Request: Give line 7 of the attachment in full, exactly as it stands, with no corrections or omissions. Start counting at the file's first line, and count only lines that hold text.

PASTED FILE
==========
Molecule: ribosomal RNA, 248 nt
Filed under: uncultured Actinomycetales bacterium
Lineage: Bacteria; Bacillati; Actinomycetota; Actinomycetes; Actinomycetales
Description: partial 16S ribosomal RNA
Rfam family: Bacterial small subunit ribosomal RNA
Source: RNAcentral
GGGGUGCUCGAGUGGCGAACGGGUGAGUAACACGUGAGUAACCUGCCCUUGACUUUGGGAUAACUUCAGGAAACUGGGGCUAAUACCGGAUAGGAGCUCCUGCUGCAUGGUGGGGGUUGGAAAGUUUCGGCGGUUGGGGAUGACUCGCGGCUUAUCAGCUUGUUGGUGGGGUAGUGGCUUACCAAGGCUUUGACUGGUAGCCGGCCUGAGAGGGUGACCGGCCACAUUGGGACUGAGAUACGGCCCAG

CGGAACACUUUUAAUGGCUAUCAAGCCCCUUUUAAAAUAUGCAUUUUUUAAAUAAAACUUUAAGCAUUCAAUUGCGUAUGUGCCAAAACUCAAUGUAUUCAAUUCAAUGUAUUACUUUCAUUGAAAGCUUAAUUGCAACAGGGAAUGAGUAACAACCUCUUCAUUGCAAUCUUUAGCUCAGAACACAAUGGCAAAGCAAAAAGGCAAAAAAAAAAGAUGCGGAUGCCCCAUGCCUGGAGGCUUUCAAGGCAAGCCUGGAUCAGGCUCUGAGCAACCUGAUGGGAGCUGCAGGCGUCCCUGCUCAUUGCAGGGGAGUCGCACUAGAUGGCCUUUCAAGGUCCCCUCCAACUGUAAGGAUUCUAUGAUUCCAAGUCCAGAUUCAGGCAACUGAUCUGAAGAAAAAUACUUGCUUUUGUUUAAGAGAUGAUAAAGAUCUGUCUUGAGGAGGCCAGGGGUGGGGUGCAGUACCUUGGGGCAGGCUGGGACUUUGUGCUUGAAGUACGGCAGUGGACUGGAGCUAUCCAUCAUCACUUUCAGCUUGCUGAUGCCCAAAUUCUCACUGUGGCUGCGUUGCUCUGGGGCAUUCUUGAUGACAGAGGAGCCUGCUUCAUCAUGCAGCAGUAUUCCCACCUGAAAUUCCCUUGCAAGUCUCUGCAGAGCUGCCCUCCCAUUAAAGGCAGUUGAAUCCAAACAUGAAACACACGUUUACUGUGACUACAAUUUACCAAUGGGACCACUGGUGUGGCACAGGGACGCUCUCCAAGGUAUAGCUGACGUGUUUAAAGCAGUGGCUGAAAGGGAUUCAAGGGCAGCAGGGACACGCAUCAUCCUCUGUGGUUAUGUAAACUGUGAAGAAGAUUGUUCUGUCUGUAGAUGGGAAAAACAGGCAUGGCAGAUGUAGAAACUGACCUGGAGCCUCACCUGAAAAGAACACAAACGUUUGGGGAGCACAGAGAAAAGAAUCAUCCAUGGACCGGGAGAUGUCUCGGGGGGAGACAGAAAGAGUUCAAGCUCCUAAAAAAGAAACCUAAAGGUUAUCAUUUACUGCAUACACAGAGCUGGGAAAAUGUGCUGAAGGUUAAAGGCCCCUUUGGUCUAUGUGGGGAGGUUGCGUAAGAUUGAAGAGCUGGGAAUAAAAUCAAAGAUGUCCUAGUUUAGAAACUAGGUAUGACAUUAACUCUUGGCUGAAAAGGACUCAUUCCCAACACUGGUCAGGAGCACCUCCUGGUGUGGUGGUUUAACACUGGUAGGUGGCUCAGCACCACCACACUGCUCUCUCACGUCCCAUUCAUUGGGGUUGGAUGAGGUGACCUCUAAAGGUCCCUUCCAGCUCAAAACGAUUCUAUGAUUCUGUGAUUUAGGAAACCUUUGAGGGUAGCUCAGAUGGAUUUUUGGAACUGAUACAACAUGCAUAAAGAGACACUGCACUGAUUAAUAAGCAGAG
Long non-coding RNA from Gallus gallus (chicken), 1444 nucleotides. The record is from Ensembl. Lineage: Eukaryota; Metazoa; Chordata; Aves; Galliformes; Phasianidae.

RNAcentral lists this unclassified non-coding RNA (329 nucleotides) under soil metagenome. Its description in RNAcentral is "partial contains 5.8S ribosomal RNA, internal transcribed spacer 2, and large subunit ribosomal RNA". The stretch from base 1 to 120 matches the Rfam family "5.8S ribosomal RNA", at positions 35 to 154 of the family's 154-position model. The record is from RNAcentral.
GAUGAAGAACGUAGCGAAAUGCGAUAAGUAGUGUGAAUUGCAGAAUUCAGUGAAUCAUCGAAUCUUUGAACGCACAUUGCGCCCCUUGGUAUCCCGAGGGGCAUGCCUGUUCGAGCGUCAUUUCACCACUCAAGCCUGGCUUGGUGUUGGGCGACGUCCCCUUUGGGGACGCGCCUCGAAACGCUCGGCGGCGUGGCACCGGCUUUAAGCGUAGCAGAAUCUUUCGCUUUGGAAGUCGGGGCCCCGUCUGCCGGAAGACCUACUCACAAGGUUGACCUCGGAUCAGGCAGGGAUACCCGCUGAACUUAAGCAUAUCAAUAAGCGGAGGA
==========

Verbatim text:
GGGGUGCUCGAGUGGCGAACGGGUGAGUAACACGUGAGUAACCUGCCCUUGACUUUGGGAUAACUUCAGGAAACUGGGGCUAAUACCGGAUAGGAGCUCCUGCUGCAUGGUGGGGGUUGGAAAGUUUCGGCGGUUGGGGAUGACUCGCGGCUUAUCAGCUUGUUGGUGGGGUAGUGGCUUACCAAGGCUUUGACUGGUAGCCGGCCUGAGAGGGUGACCGGCCACAUUGGGACUGAGAUACGGCCCAG